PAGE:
In a statement reported by Bloomberg earlier this year, Crisis24 warned, “Labor unrest is unlikely to decrease going into 2023, and may in fact worsen in the likely event that global economic conditions do not improve.”

The struggle pits workers in a fight against the Biden administration and both the Democratic and Republican parties, as well as the Trudeau government in Canada.

In the last two weeks, letters have been sent from the National Association of Manufacturers (June 7), the National Retail Federation (June 5) and the Retail Industry Leaders Association (June 2) all urging the Biden administration, on behalf of Wall Street, to intervene against the dockworkers and dictatorially force through a contract, as Biden and Congress did last year against railroad workers after they rejected a company-friendly deal.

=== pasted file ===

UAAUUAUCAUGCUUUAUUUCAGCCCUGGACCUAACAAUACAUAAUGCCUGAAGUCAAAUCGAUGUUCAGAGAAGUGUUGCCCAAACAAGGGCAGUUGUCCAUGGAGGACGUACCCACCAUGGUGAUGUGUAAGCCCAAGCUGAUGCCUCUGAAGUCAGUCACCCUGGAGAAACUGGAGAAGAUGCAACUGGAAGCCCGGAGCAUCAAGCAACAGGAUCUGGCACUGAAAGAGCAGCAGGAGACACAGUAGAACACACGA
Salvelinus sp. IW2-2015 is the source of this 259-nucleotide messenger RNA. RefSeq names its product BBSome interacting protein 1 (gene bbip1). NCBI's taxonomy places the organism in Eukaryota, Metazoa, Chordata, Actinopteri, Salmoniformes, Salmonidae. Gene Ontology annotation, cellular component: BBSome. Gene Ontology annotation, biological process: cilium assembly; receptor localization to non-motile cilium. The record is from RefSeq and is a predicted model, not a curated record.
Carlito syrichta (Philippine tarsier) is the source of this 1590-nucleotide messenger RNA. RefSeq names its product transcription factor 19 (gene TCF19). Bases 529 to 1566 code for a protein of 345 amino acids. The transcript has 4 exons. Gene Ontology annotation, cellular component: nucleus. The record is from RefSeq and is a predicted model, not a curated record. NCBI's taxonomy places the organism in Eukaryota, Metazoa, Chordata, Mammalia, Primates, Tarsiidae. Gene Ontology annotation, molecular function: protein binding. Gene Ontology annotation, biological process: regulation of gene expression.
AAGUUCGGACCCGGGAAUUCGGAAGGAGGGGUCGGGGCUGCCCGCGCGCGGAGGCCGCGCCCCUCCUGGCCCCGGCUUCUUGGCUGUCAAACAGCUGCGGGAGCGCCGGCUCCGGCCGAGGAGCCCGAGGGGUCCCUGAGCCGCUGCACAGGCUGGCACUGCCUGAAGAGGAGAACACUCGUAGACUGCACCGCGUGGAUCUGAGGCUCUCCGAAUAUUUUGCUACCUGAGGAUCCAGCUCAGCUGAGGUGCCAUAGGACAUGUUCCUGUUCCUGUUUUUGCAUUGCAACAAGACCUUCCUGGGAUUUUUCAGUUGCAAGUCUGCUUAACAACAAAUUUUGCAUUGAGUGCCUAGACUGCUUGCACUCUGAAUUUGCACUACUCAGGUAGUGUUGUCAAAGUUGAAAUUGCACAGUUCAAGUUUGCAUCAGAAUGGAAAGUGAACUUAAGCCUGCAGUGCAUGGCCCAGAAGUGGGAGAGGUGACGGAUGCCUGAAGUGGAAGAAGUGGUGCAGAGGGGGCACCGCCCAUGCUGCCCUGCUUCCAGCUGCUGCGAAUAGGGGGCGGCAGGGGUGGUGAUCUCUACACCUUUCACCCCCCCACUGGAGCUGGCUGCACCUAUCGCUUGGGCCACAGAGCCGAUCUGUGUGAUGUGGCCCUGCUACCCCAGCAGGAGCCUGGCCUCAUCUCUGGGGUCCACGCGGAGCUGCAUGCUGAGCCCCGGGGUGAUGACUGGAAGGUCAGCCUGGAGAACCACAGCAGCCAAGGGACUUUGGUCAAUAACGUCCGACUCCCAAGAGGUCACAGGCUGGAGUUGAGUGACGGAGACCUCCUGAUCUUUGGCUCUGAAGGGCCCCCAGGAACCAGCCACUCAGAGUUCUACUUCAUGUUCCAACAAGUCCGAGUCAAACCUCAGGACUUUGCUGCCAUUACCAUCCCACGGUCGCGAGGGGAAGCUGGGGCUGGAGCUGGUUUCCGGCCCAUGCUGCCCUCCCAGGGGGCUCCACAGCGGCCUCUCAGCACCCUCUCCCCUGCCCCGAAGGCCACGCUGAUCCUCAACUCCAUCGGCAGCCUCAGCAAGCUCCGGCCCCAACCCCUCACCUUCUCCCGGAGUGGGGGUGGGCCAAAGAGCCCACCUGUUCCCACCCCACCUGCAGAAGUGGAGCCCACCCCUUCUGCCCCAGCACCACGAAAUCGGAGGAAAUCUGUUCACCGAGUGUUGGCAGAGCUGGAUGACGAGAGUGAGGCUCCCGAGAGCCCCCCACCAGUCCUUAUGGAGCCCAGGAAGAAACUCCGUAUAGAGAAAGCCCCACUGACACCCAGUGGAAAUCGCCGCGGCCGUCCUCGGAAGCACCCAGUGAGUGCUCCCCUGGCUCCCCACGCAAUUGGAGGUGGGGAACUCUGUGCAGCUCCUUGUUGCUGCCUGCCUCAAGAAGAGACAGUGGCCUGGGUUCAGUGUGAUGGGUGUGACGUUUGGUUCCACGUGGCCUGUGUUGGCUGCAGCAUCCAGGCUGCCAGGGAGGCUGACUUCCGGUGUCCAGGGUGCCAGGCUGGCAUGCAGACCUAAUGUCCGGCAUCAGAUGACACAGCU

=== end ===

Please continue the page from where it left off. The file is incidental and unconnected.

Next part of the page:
These plans are well afoot, as revealed in an article posted on Monday by the Journal of Commerce, which reported that acting Labor Secretary Julie Su, who served as former Labor Secretary Marty Walsh’s deputy during the rail struggle, was meeting with PMA officials on Monday in order to “get negotiators from the ILWU [International Longshore and Warehouse Union] to move closer to a level on proposed wages that puts [an] agreement within reach.”

For the Biden administration and its allies in Canada, shutting down the struggle of dockworkers is seen as critical not only for boosting profits, but also for escalating their war drive against Russia and preparations for war against China. Unlimited sums have been allocated by the ruling class for war, and all of this is to be paid for by lowering wages and slashing social programs.